Zac throws down the gauntlet: Line Up’s a dude and I’m not scared of the All Stars
“He’s a pretty serious horse and off that run I wouldn’t be too scared of Mark Purdon’s one.’’
Top driver Zachary Butcher well and truly threw down the gauntlet to All Stars’ No. 1 colt Smooth Deal with his huge rap on tonight’s brilliant debut winner Line Up.
The brother to former champion age group filly Partyon could not have been more impressive in the third Young Guns heat for colts and geldings at Alexandra Park, unleashing a burst of speed that saw him run away, untouched, from his four rivals by two and a quarter lengths.
Incredibly, the Bettor’s Delight colt made it look nothing more than a Sunday stroll in carving out his last 800 metres in 56.9 and 400 in 27.3, to win the 1700 metre race in a 1:58.5 mile rate.
“It’s been a while since I’ve been on a horse who has won so effortlessly,’’ said Butcher. “It was an armchair drive and he made me look good.
“I just like how easy it was for him. He was cruising round the bend and I didn’t ask him to go until the 200 and in three strides he went past them. And he pricked his ears ten metres off the line.’’
Butcher said right from when he set foot onto the track Line Up had things sorted, even though he’d never seen Alexandra Park.
“He’s a professional, such a dude. In the warm-up he was so relaxed I was slapping him up and as soon as the mobile went he came straight back to me.’’
Butcher was content to sit at the back of the field early but, in the knowledge the colt can still throw in the odd rough stride, he figured rather than challenging three wide late, he’d rather get round the field at the bell to sit parked.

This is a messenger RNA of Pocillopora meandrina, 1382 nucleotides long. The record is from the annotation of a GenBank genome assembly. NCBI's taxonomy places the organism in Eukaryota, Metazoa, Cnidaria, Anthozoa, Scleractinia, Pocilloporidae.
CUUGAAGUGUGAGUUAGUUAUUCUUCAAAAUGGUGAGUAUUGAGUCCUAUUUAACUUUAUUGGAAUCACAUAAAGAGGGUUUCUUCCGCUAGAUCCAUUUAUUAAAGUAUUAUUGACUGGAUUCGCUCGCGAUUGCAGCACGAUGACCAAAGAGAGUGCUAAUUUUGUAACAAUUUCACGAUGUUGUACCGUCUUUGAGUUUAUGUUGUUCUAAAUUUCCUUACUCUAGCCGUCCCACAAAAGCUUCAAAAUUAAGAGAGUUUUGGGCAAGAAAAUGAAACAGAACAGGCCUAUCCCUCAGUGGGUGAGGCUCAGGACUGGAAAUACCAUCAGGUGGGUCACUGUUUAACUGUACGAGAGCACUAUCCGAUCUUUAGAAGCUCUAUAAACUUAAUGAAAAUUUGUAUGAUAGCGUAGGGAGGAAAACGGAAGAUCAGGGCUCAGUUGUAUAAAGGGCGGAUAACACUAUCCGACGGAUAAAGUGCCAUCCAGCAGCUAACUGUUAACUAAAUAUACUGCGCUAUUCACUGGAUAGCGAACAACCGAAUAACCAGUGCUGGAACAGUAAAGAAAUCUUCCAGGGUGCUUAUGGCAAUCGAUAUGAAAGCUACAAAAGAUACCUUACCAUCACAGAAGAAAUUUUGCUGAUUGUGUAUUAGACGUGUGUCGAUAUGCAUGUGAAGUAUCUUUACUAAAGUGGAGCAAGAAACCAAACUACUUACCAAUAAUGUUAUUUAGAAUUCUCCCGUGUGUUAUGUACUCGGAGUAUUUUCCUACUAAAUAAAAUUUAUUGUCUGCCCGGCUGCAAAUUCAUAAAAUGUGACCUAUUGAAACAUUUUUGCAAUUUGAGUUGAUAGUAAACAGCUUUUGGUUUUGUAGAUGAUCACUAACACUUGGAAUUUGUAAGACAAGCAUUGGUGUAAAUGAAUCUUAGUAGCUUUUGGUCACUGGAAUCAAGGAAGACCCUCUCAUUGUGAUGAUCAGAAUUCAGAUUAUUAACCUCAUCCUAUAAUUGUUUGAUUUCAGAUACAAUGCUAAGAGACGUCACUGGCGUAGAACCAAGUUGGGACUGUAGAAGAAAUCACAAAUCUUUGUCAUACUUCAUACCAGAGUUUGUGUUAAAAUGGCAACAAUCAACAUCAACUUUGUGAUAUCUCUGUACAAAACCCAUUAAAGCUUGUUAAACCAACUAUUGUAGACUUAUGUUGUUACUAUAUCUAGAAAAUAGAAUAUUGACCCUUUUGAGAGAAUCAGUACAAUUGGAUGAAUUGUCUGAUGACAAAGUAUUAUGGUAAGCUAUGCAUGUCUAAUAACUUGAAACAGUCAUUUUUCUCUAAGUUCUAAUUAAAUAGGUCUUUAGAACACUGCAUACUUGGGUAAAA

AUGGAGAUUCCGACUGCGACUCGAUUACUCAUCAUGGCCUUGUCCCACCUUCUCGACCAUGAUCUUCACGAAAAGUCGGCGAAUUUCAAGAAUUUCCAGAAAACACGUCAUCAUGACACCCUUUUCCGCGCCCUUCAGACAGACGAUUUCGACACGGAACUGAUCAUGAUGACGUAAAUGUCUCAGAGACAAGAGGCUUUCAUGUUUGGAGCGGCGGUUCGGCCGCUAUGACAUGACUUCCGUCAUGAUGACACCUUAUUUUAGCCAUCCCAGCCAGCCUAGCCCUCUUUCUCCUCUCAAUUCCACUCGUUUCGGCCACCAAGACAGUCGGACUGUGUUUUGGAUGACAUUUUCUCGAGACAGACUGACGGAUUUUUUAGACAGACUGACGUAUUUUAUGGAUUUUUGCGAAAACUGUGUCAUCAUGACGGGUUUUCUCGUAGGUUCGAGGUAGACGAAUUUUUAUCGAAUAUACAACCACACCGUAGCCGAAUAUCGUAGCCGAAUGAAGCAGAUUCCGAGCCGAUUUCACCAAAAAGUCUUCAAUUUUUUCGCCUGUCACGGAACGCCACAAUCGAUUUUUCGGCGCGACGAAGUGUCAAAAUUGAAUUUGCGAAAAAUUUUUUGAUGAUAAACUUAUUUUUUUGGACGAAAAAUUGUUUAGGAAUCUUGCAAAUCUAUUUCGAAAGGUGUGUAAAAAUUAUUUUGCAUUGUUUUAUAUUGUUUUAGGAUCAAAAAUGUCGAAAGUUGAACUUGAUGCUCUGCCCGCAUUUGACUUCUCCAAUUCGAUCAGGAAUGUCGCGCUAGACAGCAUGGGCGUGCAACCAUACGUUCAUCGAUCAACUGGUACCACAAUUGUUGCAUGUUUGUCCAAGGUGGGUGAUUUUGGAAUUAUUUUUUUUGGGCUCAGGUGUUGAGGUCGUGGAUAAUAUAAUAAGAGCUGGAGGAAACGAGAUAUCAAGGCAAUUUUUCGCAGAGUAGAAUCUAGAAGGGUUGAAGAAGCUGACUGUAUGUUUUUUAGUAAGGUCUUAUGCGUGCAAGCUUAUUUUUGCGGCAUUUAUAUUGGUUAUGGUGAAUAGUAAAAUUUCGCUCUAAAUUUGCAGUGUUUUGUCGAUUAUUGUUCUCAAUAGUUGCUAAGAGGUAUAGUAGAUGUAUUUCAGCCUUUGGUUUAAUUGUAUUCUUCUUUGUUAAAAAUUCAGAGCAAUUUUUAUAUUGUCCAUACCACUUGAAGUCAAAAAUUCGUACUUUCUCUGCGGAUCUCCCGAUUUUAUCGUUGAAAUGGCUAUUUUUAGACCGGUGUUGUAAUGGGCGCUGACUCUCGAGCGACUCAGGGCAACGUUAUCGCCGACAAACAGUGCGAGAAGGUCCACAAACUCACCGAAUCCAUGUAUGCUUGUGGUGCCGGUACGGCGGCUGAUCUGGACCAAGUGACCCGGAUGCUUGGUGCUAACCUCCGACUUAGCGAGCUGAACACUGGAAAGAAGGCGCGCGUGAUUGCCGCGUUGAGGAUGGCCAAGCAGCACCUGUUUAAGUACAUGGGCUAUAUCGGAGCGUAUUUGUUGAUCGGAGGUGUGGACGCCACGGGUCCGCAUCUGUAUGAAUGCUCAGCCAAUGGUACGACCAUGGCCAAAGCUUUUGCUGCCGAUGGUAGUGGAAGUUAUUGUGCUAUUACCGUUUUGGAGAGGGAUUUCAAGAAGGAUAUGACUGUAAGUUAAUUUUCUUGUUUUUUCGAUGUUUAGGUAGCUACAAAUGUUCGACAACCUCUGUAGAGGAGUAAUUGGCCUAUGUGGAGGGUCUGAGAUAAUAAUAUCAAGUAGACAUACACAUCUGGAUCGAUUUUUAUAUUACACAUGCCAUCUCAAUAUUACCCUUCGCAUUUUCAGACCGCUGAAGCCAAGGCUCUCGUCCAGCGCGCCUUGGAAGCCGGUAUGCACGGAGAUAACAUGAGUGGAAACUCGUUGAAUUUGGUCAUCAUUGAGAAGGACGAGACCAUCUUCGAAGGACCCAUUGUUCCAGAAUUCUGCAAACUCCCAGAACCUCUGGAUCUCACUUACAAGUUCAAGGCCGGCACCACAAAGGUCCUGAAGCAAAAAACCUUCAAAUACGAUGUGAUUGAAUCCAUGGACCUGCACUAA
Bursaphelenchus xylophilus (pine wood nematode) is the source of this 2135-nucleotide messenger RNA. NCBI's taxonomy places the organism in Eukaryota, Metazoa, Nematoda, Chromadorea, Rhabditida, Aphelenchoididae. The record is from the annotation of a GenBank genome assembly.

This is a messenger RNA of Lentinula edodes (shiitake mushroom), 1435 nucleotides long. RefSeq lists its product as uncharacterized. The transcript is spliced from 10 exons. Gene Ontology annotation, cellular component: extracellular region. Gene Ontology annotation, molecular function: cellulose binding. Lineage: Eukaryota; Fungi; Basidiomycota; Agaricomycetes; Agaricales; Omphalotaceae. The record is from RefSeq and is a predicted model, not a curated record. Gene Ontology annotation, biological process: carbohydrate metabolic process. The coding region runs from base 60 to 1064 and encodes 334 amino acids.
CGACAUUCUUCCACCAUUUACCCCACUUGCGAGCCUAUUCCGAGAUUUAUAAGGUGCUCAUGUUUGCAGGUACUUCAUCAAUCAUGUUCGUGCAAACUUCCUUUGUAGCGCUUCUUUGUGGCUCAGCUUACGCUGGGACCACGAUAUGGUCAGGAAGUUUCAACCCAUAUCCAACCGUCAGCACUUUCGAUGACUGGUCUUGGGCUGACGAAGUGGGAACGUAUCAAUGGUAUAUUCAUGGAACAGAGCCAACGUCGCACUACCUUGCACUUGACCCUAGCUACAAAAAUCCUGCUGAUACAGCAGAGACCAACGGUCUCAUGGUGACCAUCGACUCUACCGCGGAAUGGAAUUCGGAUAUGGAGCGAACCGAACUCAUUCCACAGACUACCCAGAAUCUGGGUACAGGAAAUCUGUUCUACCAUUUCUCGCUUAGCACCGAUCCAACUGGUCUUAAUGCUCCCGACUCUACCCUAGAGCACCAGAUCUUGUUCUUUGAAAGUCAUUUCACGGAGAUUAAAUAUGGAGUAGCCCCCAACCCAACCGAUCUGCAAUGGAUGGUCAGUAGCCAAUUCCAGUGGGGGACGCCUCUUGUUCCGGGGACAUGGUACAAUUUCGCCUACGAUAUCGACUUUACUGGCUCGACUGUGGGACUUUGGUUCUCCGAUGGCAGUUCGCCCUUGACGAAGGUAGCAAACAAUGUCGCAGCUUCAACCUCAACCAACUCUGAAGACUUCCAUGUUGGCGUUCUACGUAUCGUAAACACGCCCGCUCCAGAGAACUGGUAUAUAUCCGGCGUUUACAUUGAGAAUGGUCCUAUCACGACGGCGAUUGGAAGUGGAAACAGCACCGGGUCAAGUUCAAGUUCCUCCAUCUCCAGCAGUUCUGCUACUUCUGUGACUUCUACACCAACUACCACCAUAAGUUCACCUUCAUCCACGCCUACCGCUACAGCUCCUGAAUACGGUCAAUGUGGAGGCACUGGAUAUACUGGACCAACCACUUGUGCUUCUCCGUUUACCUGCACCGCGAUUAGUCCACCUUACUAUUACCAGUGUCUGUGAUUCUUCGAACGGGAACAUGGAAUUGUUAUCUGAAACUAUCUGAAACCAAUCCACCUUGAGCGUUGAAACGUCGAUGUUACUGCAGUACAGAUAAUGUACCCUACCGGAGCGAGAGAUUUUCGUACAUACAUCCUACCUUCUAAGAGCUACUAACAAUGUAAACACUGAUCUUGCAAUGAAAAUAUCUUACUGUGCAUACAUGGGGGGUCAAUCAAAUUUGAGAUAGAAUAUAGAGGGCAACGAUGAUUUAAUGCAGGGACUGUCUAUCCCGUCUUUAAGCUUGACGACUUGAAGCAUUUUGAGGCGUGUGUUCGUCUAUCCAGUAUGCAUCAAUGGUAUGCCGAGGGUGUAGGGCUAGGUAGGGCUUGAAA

“He wanted to race them when I moved but again he relaxed beautifully when I got there and sat parked. He just dropped the bit and was doing his thing.’’
Butcher said as soon as he pulled the plugs at the top of the stretch Line Up was off. And it took only a flick of the reins to get him to really step it out.
“It was a pretty good effort for a two-year-old to effortlessly run away like that when they’re going a 27.3 quarter.’’
Trainer Ray Green said it made you wonder what Line Up was capable of with more racing under his belt if he could be so dominant in his first race.
And he revealed the colt had been under a slight cloud during the week with a snotty nose, making his run even more remarkable.
Green wasn’t at all surprised by the rare brand of speed Line Up showed, the colt having improved in leaps and bounds in the last few weeks, showing high speed in his trials, prompting both Green and Butcher to suspect he could be the best of their babies.
That saw Line Up change hands for big money two weeks ago and he now races in the colours of Australian Emilio Rosati, who will also have Perfect Stride in the $100,000 Young Guns Final at Auckland on March 8.
Butcher was cheekily non-committal when asked which of the pair he’d prefer to drive.
Tonight’s runner-up Sir Tiger will also go on to the Final but even though he was given a perfect trip in the trail by Andre Poutama, he lacked the high speed of his stablemate to take advantage of the passing lane.
“He’s a lovely horse,’’ said Green. “He lacks big speed but he’s very tough and he’ll end up a tidy horse.’’
Pacemaker Double Or Nothing again lacked any final zip in the run home and after finishing fourth, 3.2 lengths from the winner, driver David Butcher recommended Green tip him out for a break.
A long time king of the Lincoln Farms babies, he has dropped off the pace since being gelded and lightening up in condition.
“I think we’ll give him a month off,’’ Green said.
The fourth of the Lincoln Farms runners, Copy That, who was parked early then enjoyed the one-one trail, “couldn’t go with them when they sprinted,’’ said Green, finishing another 1.2 lengths away in fifth.
“I think I’ve taken his hopples up too much.’’